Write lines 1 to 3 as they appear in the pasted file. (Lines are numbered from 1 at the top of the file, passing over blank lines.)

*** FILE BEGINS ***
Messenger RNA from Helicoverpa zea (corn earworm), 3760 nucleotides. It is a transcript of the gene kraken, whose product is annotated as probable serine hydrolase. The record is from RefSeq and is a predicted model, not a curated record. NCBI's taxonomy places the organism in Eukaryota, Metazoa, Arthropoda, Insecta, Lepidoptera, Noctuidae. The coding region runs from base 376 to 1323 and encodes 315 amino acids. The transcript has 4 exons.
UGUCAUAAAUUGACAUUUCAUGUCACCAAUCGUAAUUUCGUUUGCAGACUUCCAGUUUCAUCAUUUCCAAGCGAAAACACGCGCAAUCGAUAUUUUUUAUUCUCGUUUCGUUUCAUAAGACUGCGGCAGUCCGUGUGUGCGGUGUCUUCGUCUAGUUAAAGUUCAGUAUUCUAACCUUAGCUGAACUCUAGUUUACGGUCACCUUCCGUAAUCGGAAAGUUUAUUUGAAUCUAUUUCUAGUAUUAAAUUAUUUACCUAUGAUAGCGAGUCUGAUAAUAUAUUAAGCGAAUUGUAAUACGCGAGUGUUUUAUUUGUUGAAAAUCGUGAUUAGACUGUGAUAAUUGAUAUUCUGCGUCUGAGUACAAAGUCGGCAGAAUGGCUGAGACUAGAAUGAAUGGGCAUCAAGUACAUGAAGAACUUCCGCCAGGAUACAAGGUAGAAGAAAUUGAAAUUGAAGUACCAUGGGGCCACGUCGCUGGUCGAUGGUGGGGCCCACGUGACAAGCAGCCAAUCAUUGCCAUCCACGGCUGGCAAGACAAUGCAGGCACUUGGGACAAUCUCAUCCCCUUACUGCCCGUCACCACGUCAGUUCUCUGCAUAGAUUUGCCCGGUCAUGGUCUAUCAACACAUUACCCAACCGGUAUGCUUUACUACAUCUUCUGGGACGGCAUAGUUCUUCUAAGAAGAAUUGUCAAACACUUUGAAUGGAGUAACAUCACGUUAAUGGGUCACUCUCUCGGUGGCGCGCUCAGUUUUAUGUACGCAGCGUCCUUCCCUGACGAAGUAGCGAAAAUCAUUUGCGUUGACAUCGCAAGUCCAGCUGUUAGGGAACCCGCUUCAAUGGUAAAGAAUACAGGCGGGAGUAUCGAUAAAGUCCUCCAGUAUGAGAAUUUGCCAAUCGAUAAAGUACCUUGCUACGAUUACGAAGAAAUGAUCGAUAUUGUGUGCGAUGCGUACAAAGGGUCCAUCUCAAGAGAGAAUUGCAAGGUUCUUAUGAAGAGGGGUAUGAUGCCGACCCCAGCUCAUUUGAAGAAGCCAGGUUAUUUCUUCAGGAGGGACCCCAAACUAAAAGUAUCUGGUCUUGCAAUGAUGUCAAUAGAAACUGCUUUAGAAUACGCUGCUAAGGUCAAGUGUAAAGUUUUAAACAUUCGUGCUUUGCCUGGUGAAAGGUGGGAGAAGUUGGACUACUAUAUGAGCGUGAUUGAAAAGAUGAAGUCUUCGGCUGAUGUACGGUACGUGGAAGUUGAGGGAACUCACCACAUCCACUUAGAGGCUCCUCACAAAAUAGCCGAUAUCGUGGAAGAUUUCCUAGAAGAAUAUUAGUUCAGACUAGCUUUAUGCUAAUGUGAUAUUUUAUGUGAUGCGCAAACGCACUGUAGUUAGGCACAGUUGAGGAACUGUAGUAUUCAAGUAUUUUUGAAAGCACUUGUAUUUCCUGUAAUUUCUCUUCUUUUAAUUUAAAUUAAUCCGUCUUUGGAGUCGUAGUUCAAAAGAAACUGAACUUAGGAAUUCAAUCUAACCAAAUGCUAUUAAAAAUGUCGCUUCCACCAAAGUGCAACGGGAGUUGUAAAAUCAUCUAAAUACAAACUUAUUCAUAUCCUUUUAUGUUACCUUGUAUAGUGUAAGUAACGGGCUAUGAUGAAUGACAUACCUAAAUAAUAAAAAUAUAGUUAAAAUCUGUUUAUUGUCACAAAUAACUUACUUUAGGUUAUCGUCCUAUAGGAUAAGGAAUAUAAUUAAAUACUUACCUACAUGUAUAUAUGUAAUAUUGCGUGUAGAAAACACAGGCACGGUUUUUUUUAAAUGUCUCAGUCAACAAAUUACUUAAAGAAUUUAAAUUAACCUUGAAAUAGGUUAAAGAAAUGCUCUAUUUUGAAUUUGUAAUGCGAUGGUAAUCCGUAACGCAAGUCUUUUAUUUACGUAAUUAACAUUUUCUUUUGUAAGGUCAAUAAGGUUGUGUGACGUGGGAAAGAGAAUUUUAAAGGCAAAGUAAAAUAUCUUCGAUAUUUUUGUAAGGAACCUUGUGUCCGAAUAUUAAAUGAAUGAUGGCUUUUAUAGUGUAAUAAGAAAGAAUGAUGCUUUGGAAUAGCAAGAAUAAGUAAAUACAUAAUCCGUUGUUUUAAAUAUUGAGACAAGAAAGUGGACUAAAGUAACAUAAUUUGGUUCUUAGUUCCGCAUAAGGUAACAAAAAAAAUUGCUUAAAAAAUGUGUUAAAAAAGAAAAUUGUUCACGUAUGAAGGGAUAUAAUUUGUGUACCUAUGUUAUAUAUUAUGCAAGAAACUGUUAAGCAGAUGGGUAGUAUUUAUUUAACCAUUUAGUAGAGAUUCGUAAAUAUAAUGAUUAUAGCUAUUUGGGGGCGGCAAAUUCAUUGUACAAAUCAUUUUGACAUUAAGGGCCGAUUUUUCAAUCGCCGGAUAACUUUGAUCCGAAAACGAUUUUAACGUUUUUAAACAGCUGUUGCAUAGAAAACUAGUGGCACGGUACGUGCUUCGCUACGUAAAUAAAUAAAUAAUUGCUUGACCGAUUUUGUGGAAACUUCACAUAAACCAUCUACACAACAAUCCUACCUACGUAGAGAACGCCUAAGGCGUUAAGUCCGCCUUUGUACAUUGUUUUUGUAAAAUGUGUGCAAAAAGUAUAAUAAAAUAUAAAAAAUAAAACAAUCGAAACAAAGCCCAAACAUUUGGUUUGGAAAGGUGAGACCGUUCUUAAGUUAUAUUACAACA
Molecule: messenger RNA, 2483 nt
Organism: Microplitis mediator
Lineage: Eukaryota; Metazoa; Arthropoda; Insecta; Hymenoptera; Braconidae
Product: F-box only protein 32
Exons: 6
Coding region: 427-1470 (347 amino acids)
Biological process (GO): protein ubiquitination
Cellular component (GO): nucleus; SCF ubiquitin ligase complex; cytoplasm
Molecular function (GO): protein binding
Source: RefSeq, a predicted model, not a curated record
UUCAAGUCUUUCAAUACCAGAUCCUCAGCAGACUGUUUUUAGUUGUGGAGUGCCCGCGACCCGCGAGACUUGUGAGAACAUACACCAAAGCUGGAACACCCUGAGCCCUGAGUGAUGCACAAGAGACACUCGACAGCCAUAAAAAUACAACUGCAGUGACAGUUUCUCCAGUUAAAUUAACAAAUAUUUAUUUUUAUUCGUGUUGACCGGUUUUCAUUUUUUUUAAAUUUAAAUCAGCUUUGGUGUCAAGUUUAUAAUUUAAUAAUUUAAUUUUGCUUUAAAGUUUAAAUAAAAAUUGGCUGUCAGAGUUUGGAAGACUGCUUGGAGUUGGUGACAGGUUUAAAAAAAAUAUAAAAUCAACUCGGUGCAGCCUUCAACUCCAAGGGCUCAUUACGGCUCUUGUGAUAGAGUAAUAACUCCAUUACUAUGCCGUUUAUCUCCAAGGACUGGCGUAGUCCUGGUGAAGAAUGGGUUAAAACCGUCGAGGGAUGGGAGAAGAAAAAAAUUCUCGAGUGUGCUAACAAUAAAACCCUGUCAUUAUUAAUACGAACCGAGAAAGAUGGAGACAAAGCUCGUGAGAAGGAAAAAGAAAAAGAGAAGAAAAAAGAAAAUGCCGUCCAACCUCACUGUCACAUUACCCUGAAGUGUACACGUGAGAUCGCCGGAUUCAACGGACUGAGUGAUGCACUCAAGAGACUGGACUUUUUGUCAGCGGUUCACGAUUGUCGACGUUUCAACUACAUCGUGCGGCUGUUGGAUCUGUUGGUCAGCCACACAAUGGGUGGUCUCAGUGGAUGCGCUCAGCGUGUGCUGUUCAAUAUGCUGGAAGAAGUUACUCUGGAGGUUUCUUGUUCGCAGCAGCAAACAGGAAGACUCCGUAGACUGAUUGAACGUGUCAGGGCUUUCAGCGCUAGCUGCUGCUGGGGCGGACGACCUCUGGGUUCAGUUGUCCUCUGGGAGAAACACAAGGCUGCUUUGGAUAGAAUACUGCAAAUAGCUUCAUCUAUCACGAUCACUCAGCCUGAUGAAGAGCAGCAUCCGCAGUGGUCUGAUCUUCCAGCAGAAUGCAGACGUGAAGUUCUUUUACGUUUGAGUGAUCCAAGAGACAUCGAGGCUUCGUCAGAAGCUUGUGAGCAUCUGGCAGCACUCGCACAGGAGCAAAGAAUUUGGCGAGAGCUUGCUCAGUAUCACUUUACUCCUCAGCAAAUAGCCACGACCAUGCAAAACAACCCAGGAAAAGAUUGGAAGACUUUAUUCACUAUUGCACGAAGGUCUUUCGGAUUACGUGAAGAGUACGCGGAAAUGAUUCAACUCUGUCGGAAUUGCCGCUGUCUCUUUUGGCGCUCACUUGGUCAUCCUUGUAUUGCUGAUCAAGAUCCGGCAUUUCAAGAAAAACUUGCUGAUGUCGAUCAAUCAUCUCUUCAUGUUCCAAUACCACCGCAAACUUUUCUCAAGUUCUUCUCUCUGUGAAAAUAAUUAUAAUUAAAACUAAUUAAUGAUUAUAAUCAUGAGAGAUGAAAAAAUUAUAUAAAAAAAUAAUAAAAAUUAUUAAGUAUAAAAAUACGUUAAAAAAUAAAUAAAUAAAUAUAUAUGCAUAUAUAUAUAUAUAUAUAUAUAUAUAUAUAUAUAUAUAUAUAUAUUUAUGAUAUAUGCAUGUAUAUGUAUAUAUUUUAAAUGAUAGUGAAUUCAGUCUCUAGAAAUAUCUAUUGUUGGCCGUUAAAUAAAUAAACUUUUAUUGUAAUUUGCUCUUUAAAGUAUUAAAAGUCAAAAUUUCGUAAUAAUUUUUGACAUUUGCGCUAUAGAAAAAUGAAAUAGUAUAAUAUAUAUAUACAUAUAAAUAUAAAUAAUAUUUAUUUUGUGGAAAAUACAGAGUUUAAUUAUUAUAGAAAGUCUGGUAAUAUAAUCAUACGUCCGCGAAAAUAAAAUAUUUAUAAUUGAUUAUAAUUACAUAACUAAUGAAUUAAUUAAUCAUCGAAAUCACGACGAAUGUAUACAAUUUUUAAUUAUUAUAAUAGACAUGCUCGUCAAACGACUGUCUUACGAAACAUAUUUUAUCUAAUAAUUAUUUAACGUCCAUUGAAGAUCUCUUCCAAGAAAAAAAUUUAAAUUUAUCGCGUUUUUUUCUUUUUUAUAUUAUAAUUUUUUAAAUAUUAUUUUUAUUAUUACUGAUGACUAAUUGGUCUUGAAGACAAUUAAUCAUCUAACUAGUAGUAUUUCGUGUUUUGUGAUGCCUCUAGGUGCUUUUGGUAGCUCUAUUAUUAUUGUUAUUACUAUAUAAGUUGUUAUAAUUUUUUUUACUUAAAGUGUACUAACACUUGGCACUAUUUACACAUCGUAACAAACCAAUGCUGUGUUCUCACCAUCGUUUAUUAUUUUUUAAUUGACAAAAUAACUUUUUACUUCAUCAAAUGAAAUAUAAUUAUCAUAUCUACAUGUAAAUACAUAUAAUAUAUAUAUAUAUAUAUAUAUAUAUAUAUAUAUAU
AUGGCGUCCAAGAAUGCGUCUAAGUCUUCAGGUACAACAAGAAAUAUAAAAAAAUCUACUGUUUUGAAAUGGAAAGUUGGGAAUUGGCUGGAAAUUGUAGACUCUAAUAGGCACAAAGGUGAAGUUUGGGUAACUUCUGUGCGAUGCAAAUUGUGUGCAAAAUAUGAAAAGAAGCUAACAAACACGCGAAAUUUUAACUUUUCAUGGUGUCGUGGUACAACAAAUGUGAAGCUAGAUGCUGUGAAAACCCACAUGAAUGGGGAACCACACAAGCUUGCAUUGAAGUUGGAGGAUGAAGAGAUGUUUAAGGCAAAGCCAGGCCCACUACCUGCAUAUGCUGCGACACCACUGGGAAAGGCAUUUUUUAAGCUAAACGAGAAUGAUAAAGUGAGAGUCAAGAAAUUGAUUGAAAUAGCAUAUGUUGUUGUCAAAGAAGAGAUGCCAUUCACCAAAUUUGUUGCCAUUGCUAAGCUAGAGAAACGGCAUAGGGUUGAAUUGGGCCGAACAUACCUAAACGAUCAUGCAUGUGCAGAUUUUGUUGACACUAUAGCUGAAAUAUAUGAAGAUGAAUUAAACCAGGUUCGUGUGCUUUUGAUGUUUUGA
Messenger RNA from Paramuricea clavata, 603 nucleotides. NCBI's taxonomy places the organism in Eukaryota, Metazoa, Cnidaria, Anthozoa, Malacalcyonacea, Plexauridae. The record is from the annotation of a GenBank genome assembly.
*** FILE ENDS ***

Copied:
Messenger RNA from Helicoverpa zea (corn earworm), 3760 nucleotides. It is a transcript of the gene kraken, whose product is annotated as probable serine hydrolase. The record is from RefSeq and is a predicted model, not a curated record. NCBI's taxonomy places the organism in Eukaryota, Metazoa, Arthropoda, Insecta, Lepidoptera, Noctuidae. The coding region runs from base 376 to 1323 and encodes 315 amino acids. The transcript has 4 exons.
UGUCAUAAAUUGACAUUUCAUGUCACCAAUCGUAAUUUCGUUUGCAGACUUCCAGUUUCAUCAUUUCCAAGCGAAAACACGCGCAAUCGAUAUUUUUUAUUCUCGUUUCGUUUCAUAAGACUGCGGCAGUCCGUGUGUGCGGUGUCUUCGUCUAGUUAAAGUUCAGUAUUCUAACCUUAGCUGAACUCUAGUUUACGGUCACCUUCCGUAAUCGGAAAGUUUAUUUGAAUCUAUUUCUAGUAUUAAAUUAUUUACCUAUGAUAGCGAGUCUGAUAAUAUAUUAAGCGAAUUGUAAUACGCGAGUGUUUUAUUUGUUGAAAAUCGUGAUUAGACUGUGAUAAUUGAUAUUCUGCGUCUGAGUACAAAGUCGGCAGAAUGGCUGAGACUAGAAUGAAUGGGCAUCAAGUACAUGAAGAACUUCCGCCAGGAUACAAGGUAGAAGAAAUUGAAAUUGAAGUACCAUGGGGCCACGUCGCUGGUCGAUGGUGGGGCCCACGUGACAAGCAGCCAAUCAUUGCCAUCCACGGCUGGCAAGACAAUGCAGGCACUUGGGACAAUCUCAUCCCCUUACUGCCCGUCACCACGUCAGUUCUCUGCAUAGAUUUGCCCGGUCAUGGUCUAUCAACACAUUACCCAACCGGUAUGCUUUACUACAUCUUCUGGGACGGCAUAGUUCUUCUAAGAAGAAUUGUCAAACACUUUGAAUGGAGUAACAUCACGUUAAUGGGUCACUCUCUCGGUGGCGCGCUCAGUUUUAUGUACGCAGCGUCCUUCCCUGACGAAGUAGCGAAAAUCAUUUGCGUUGACAUCGCAAGUCCAGCUGUUAGGGAACCCGCUUCAAUGGUAAAGAAUACAGGCGGGAGUAUCGAUAAAGUCCUCCAGUAUGAGAAUUUGCCAAUCGAUAAAGUACCUUGCUACGAUUACGAAGAAAUGAUCGAUAUUGUGUGCGAUGCGUACAAAGGGUCCAUCUCAAGAGAGAAUUGCAAGGUUCUUAUGAAGAGGGGUAUGAUGCCGACCCCAGCUCAUUUGAAGAAGCCAGGUUAUUUCUUCAGGAGGGACCCCAAACUAAAAGUAUCUGGUCUUGCAAUGAUGUCAAUAGAAACUGCUUUAGAAUACGCUGCUAAGGUCAAGUGUAAAGUUUUAAACAUUCGUGCUUUGCCUGGUGAAAGGUGGGAGAAGUUGGACUACUAUAUGAGCGUGAUUGAAAAGAUGAAGUCUUCGGCUGAUGUACGGUACGUGGAAGUUGAGGGAACUCACCACAUCCACUUAGAGGCUCCUCACAAAAUAGCCGAUAUCGUGGAAGAUUUCCUAGAAGAAUAUUAGUUCAGACUAGCUUUAUGCUAAUGUGAUAUUUUAUGUGAUGCGCAAACGCACUGUAGUUAGGCACAGUUGAGGAACUGUAGUAUUCAAGUAUUUUUGAAAGCACUUGUAUUUCCUGUAAUUUCUCUUCUUUUAAUUUAAAUUAAUCCGUCUUUGGAGUCGUAGUUCAAAAGAAACUGAACUUAGGAAUUCAAUCUAACCAAAUGCUAUUAAAAAUGUCGCUUCCACCAAAGUGCAACGGGAGUUGUAAAAUCAUCUAAAUACAAACUUAUUCAUAUCCUUUUAUGUUACCUUGUAUAGUGUAAGUAACGGGCUAUGAUGAAUGACAUACCUAAAUAAUAAAAAUAUAGUUAAAAUCUGUUUAUUGUCACAAAUAACUUACUUUAGGUUAUCGUCCUAUAGGAUAAGGAAUAUAAUUAAAUACUUACCUACAUGUAUAUAUGUAAUAUUGCGUGUAGAAAACACAGGCACGGUUUUUUUUAAAUGUCUCAGUCAACAAAUUACUUAAAGAAUUUAAAUUAACCUUGAAAUAGGUUAAAGAAAUGCUCUAUUUUGAAUUUGUAAUGCGAUGGUAAUCCGUAACGCAAGUCUUUUAUUUACGUAAUUAACAUUUUCUUUUGUAAGGUCAAUAAGGUUGUGUGACGUGGGAAAGAGAAUUUUAAAGGCAAAGUAAAAUAUCUUCGAUAUUUUUGUAAGGAACCUUGUGUCCGAAUAUUAAAUGAAUGAUGGCUUUUAUAGUGUAAUAAGAAAGAAUGAUGCUUUGGAAUAGCAAGAAUAAGUAAAUACAUAAUCCGUUGUUUUAAAUAUUGAGACAAGAAAGUGGACUAAAGUAACAUAAUUUGGUUCUUAGUUCCGCAUAAGGUAACAAAAAAAAUUGCUUAAAAAAUGUGUUAAAAAAGAAAAUUGUUCACGUAUGAAGGGAUAUAAUUUGUGUACCUAUGUUAUAUAUUAUGCAAGAAACUGUUAAGCAGAUGGGUAGUAUUUAUUUAACCAUUUAGUAGAGAUUCGUAAAUAUAAUGAUUAUAGCUAUUUGGGGGCGGCAAAUUCAUUGUACAAAUCAUUUUGACAUUAAGGGCCGAUUUUUCAAUCGCCGGAUAACUUUGAUCCGAAAACGAUUUUAACGUUUUUAAACAGCUGUUGCAUAGAAAACUAGUGGCACGGUACGUGCUUCGCUACGUAAAUAAAUAAAUAAUUGCUUGACCGAUUUUGUGGAAACUUCACAUAAACCAUCUACACAACAAUCCUACCUACGUAGAGAACGCCUAAGGCGUUAAGUCCGCCUUUGUACAUUGUUUUUGUAAAAUGUGUGCAAAAAGUAUAAUAAAAUAUAAAAAAUAAAACAAUCGAAACAAAGCCCAAACAUUUGGUUUGGAAAGGUGAGACCGUUCUUAAGUUAUAUUACAACA
Molecule: messenger RNA, 2483 nt